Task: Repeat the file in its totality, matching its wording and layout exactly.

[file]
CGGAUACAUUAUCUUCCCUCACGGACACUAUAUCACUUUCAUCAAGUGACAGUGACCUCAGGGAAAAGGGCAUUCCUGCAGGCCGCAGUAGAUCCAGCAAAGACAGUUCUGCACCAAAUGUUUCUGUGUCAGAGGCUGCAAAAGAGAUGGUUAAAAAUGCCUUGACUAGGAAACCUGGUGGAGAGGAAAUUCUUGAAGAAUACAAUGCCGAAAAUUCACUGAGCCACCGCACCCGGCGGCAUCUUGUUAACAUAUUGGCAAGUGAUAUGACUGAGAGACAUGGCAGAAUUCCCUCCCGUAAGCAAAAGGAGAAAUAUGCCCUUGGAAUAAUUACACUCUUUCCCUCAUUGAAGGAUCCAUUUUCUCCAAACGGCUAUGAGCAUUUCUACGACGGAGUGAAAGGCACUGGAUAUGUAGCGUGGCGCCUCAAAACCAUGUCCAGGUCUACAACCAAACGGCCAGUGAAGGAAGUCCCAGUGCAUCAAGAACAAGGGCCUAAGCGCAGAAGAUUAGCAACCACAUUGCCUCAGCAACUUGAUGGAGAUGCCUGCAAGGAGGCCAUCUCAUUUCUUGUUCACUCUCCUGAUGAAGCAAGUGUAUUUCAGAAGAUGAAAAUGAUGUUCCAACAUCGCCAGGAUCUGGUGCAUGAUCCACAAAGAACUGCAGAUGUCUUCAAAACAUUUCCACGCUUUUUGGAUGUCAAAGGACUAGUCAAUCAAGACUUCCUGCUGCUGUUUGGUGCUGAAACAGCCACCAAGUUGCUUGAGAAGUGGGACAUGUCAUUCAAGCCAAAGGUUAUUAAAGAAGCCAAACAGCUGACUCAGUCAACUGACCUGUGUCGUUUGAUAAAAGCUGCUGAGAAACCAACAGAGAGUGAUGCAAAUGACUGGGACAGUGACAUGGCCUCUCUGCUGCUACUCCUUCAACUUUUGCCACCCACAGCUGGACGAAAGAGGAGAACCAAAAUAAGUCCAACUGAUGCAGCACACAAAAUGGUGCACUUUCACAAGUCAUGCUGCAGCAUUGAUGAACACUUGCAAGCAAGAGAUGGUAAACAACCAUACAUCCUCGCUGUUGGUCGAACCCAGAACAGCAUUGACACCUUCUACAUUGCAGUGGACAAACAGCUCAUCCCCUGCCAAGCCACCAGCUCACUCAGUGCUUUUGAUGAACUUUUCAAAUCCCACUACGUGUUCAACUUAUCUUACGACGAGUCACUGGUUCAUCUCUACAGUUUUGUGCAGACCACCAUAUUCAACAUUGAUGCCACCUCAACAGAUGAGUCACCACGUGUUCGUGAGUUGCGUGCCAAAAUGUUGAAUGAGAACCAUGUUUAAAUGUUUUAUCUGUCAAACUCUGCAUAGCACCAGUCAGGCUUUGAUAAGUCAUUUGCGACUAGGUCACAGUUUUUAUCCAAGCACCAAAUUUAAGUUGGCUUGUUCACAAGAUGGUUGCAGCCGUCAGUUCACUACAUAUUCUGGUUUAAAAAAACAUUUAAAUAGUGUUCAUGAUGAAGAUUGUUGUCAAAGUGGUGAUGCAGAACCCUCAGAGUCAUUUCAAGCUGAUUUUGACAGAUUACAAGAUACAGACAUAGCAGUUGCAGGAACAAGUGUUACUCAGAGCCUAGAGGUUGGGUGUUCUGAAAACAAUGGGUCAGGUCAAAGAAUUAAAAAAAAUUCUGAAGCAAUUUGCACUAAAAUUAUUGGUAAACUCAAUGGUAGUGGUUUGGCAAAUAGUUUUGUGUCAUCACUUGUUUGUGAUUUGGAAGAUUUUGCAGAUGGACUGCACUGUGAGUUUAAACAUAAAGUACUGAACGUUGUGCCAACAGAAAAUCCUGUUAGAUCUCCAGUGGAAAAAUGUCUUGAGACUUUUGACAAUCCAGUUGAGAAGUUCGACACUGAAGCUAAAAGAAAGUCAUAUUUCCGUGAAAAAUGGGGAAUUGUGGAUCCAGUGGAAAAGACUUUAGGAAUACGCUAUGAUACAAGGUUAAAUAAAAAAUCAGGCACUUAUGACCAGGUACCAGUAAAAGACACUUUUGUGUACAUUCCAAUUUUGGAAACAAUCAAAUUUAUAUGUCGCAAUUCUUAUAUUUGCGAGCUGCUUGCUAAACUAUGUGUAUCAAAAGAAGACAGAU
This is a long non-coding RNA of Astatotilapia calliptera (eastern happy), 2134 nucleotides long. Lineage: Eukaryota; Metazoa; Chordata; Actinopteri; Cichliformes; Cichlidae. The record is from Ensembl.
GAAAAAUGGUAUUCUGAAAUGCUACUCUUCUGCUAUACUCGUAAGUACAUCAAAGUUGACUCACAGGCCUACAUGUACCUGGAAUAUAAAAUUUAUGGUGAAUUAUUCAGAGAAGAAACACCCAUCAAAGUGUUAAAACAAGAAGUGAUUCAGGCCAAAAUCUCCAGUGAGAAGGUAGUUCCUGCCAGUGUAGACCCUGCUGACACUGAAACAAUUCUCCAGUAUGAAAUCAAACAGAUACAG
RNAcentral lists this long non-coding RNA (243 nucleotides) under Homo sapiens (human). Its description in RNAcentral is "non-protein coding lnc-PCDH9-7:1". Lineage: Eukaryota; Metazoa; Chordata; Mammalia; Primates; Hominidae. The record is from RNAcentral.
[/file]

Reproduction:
CGGAUACAUUAUCUUCCCUCACGGACACUAUAUCACUUUCAUCAAGUGACAGUGACCUCAGGGAAAAGGGCAUUCCUGCAGGCCGCAGUAGAUCCAGCAAAGACAGUUCUGCACCAAAUGUUUCUGUGUCAGAGGCUGCAAAAGAGAUGGUUAAAAAUGCCUUGACUAGGAAACCUGGUGGAGAGGAAAUUCUUGAAGAAUACAAUGCCGAAAAUUCACUGAGCCACCGCACCCGGCGGCAUCUUGUUAACAUAUUGGCAAGUGAUAUGACUGAGAGACAUGGCAGAAUUCCCUCCCGUAAGCAAAAGGAGAAAUAUGCCCUUGGAAUAAUUACACUCUUUCCCUCAUUGAAGGAUCCAUUUUCUCCAAACGGCUAUGAGCAUUUCUACGACGGAGUGAAAGGCACUGGAUAUGUAGCGUGGCGCCUCAAAACCAUGUCCAGGUCUACAACCAAACGGCCAGUGAAGGAAGUCCCAGUGCAUCAAGAACAAGGGCCUAAGCGCAGAAGAUUAGCAACCACAUUGCCUCAGCAACUUGAUGGAGAUGCCUGCAAGGAGGCCAUCUCAUUUCUUGUUCACUCUCCUGAUGAAGCAAGUGUAUUUCAGAAGAUGAAAAUGAUGUUCCAACAUCGCCAGGAUCUGGUGCAUGAUCCACAAAGAACUGCAGAUGUCUUCAAAACAUUUCCACGCUUUUUGGAUGUCAAAGGACUAGUCAAUCAAGACUUCCUGCUGCUGUUUGGUGCUGAAACAGCCACCAAGUUGCUUGAGAAGUGGGACAUGUCAUUCAAGCCAAAGGUUAUUAAAGAAGCCAAACAGCUGACUCAGUCAACUGACCUGUGUCGUUUGAUAAAAGCUGCUGAGAAACCAACAGAGAGUGAUGCAAAUGACUGGGACAGUGACAUGGCCUCUCUGCUGCUACUCCUUCAACUUUUGCCACCCACAGCUGGACGAAAGAGGAGAACCAAAAUAAGUCCAACUGAUGCAGCACACAAAAUGGUGCACUUUCACAAGUCAUGCUGCAGCAUUGAUGAACACUUGCAAGCAAGAGAUGGUAAACAACCAUACAUCCUCGCUGUUGGUCGAACCCAGAACAGCAUUGACACCUUCUACAUUGCAGUGGACAAACAGCUCAUCCCCUGCCAAGCCACCAGCUCACUCAGUGCUUUUGAUGAACUUUUCAAAUCCCACUACGUGUUCAACUUAUCUUACGACGAGUCACUGGUUCAUCUCUACAGUUUUGUGCAGACCACCAUAUUCAACAUUGAUGCCACCUCAACAGAUGAGUCACCACGUGUUCGUGAGUUGCGUGCCAAAAUGUUGAAUGAGAACCAUGUUUAAAUGUUUUAUCUGUCAAACUCUGCAUAGCACCAGUCAGGCUUUGAUAAGUCAUUUGCGACUAGGUCACAGUUUUUAUCCAAGCACCAAAUUUAAGUUGGCUUGUUCACAAGAUGGUUGCAGCCGUCAGUUCACUACAUAUUCUGGUUUAAAAAAACAUUUAAAUAGUGUUCAUGAUGAAGAUUGUUGUCAAAGUGGUGAUGCAGAACCCUCAGAGUCAUUUCAAGCUGAUUUUGACAGAUUACAAGAUACAGACAUAGCAGUUGCAGGAACAAGUGUUACUCAGAGCCUAGAGGUUGGGUGUUCUGAAAACAAUGGGUCAGGUCAAAGAAUUAAAAAAAAUUCUGAAGCAAUUUGCACUAAAAUUAUUGGUAAACUCAAUGGUAGUGGUUUGGCAAAUAGUUUUGUGUCAUCACUUGUUUGUGAUUUGGAAGAUUUUGCAGAUGGACUGCACUGUGAGUUUAAACAUAAAGUACUGAACGUUGUGCCAACAGAAAAUCCUGUUAGAUCUCCAGUGGAAAAAUGUCUUGAGACUUUUGACAAUCCAGUUGAGAAGUUCGACACUGAAGCUAAAAGAAAGUCAUAUUUCCGUGAAAAAUGGGGAAUUGUGGAUCCAGUGGAAAAGACUUUAGGAAUACGCUAUGAUACAAGGUUAAAUAAAAAAUCAGGCACUUAUGACCAGGUACCAGUAAAAGACACUUUUGUGUACAUUCCAAUUUUGGAAACAAUCAAAUUUAUAUGUCGCAAUUCUUAUAUUUGCGAGCUGCUUGCUAAACUAUGUGUAUCAAAAGAAGACAGAU
This is a long non-coding RNA of Astatotilapia calliptera (eastern happy), 2134 nucleotides long. Lineage: Eukaryota; Metazoa; Chordata; Actinopteri; Cichliformes; Cichlidae. The record is from Ensembl.
GAAAAAUGGUAUUCUGAAAUGCUACUCUUCUGCUAUACUCGUAAGUACAUCAAAGUUGACUCACAGGCCUACAUGUACCUGGAAUAUAAAAUUUAUGGUGAAUUAUUCAGAGAAGAAACACCCAUCAAAGUGUUAAAACAAGAAGUGAUUCAGGCCAAAAUCUCCAGUGAGAAGGUAGUUCCUGCCAGUGUAGACCCUGCUGACACUGAAACAAUUCUCCAGUAUGAAAUCAAACAGAUACAG
RNAcentral lists this long non-coding RNA (243 nucleotides) under Homo sapiens (human). Its description in RNAcentral is "non-protein coding lnc-PCDH9-7:1". Lineage: Eukaryota; Metazoa; Chordata; Mammalia; Primates; Hominidae. The record is from RNAcentral.